GCxGC chromatograms can be read kind of like a map. Similar to how maps provide relevant information on where to find specific buildings, GCxGC chromatograms can show where specific compound classes can be found. This works as a result of the structured nature of GCxGC data.
Image Credit: LECO Coporation
By using two columns with complimentary stationary phases, compounds can be separated by both phases in a single analysis. This leads to bands of compound classes across the chromatographic space.
When combining a non-polar column with the polar column, the least polar compounds are displayed in the first band, and the most polar compounds appear in the last band. Analytes in these bands have progressively increasing boiling points along the first dimension. The ability to recognize these bands facilitates quick and easy visual comparisons of each sample’s general characteristics.
Using the Contour Plot
Consider frankincense and myrrh, for example. These two aromatic resins may appear to be similar, but their chromatograms display very distinct and different bands of compounds. The terpene band, which runs along the bottom of the chromatogram, can be readily identified using the contour plot. There are three groups in this band; monoterpenes, sesquiterpenes, and lastly, diterpenes.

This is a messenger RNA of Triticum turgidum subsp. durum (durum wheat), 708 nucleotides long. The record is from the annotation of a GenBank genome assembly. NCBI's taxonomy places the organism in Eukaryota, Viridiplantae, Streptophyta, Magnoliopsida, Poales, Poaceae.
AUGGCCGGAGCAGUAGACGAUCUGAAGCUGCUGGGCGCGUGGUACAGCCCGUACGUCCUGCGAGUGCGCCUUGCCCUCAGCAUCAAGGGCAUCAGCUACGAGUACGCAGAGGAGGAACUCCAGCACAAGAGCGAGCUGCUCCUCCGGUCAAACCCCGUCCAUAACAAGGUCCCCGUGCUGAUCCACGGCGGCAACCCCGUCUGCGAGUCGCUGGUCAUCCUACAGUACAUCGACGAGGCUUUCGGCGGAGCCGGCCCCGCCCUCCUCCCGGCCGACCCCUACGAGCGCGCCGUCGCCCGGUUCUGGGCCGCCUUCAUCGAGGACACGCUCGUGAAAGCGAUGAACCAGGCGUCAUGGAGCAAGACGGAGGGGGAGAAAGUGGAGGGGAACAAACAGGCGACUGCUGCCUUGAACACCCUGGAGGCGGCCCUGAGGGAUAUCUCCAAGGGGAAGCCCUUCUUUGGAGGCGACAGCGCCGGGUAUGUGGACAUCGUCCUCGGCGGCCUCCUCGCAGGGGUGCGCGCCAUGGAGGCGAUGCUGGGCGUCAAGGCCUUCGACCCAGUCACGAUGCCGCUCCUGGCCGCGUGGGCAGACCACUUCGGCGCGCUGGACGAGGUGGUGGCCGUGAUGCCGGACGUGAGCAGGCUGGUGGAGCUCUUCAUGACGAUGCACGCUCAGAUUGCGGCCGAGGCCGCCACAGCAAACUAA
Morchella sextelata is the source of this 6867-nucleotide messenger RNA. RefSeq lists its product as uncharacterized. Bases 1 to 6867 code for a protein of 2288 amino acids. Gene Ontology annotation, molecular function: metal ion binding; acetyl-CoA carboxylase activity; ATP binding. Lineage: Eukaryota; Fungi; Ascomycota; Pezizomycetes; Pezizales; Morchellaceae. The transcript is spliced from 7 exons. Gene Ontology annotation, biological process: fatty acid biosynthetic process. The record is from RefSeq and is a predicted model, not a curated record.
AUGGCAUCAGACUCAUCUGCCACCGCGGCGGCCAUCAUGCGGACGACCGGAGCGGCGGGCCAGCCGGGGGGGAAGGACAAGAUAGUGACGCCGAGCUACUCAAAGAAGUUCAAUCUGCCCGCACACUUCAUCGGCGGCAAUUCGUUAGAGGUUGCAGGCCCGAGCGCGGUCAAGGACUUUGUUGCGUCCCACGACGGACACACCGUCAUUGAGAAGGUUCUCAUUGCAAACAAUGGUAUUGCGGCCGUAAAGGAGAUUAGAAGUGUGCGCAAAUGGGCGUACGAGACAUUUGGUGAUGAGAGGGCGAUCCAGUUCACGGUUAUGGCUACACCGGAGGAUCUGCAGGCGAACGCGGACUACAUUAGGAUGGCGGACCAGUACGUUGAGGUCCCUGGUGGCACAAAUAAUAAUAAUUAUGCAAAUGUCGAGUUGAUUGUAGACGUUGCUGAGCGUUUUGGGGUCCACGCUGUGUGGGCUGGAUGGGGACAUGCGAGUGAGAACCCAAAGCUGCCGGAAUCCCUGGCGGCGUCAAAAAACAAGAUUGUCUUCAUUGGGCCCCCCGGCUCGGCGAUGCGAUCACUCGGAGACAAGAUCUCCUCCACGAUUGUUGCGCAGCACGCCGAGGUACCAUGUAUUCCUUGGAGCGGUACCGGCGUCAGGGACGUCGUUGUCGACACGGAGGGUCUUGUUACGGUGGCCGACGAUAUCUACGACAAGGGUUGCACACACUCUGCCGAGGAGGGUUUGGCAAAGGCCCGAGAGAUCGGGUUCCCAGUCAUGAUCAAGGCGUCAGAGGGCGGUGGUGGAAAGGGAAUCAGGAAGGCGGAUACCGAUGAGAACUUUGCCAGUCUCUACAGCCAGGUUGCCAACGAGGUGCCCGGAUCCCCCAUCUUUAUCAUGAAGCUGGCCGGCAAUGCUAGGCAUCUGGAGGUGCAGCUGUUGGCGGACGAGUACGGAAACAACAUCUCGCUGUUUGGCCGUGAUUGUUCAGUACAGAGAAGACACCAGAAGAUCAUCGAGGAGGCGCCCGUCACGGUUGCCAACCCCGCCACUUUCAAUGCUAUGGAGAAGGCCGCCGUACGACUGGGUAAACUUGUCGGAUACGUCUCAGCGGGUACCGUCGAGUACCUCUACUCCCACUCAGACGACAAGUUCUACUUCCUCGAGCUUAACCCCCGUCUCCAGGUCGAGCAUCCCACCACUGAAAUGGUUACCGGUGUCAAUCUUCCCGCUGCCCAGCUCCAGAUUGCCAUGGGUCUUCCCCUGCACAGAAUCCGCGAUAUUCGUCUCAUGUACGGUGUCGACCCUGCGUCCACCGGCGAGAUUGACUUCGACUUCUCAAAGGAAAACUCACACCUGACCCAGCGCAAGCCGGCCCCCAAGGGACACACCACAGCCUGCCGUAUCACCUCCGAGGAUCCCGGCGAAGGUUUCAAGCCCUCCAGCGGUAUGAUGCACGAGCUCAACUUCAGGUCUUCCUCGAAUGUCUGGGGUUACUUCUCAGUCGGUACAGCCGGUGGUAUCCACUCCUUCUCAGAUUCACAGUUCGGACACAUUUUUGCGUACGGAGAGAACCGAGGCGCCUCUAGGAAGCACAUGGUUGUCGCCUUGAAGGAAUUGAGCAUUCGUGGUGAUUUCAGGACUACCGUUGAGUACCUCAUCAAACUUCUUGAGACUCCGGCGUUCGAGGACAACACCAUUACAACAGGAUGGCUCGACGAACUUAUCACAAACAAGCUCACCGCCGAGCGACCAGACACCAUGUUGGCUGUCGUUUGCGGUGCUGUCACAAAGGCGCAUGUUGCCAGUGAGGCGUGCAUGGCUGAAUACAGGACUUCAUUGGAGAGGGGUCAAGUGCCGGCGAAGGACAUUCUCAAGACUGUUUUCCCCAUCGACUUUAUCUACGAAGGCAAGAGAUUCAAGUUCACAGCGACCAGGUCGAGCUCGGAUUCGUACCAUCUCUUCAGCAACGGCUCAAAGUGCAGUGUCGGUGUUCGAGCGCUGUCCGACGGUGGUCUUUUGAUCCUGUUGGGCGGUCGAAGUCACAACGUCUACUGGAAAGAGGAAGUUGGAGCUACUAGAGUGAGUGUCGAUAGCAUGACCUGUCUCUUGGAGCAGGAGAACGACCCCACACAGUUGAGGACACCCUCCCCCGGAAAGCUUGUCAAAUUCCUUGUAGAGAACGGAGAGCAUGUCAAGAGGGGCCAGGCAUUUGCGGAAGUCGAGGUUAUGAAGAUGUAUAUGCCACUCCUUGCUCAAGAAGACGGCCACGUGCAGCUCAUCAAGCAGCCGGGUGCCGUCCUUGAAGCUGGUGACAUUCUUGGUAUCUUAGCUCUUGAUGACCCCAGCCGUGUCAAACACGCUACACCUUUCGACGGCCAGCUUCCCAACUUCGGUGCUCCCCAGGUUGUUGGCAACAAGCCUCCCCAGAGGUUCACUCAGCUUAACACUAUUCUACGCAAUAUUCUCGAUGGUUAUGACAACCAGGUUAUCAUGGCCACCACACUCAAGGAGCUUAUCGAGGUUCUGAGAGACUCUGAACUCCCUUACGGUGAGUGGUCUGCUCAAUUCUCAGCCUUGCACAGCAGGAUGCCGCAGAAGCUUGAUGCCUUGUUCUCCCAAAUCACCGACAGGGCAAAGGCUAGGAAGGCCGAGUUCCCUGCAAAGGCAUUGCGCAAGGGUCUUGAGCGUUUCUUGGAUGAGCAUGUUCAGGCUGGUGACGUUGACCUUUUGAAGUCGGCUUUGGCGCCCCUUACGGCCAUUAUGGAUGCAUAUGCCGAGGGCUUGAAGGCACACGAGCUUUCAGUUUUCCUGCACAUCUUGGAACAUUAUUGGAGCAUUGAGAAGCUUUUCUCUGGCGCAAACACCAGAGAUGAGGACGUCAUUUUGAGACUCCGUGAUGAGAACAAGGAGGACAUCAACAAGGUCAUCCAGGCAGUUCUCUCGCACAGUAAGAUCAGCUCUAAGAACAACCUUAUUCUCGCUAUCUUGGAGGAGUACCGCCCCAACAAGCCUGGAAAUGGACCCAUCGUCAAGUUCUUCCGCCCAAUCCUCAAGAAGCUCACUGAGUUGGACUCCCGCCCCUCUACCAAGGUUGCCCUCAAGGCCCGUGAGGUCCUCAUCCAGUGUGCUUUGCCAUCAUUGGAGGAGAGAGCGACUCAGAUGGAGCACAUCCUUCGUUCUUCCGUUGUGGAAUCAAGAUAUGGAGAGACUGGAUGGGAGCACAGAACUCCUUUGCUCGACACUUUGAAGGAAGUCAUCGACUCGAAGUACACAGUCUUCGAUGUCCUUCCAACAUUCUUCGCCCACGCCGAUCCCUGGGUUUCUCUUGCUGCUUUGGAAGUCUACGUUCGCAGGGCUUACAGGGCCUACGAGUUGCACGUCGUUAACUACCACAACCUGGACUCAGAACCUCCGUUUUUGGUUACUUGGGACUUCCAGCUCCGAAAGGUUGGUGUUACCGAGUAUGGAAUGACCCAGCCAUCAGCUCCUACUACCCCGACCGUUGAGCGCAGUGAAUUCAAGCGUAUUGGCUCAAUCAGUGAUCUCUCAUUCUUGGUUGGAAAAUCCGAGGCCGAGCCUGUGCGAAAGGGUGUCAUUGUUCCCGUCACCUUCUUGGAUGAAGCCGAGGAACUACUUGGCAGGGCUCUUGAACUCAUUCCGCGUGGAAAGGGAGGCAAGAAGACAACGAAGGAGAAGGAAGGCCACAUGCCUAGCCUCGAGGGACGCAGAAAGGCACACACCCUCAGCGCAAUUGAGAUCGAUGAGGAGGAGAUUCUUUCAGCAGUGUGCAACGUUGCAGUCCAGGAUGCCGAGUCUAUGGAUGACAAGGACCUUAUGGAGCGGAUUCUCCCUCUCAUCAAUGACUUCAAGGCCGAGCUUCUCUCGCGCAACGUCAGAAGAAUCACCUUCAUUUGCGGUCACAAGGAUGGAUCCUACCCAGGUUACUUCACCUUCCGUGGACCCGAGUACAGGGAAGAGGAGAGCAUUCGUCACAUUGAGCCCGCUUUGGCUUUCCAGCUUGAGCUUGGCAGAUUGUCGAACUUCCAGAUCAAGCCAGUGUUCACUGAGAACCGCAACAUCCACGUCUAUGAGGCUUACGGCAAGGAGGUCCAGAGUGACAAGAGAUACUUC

Enlarging and zooming in on the first band enables a close inspection of the monoterpenes; these are very high in frankincense and very low in myrrh. The spectral data and the first dimension retention index data demonstrate what specific monoterpenes are present.
This led to the discovery of compounds such as alpha pining and limonene, both with aromas very closely related to the general frankincense description, which is musty pine with citrus and spicy notes.
The contour plot also shows furanosesquiterpenoids, which make up another band above the sesquiterpenes. It first appears that these are much higher in myrrh compared to frankincense. Using the spectral and retention index information, specific compounds can be identified in this band. This highlights specific qualities that can be described as distinctly myrrh in their aromas.
Therefore, the different properties between frankincense and myrrh become clear to see, and by using contour plots like maps and understanding where these bands fall, the differences are readily traceable. Moreover, the chromatograms and samples become a little more familiar, making mapping GCxGC easier to conduct and providing the user with extra clarity.
This information has been sourced, reviewed, and adapted from materials provided by LECO Corporation.
For more information on this source, please visit LECO Corporation.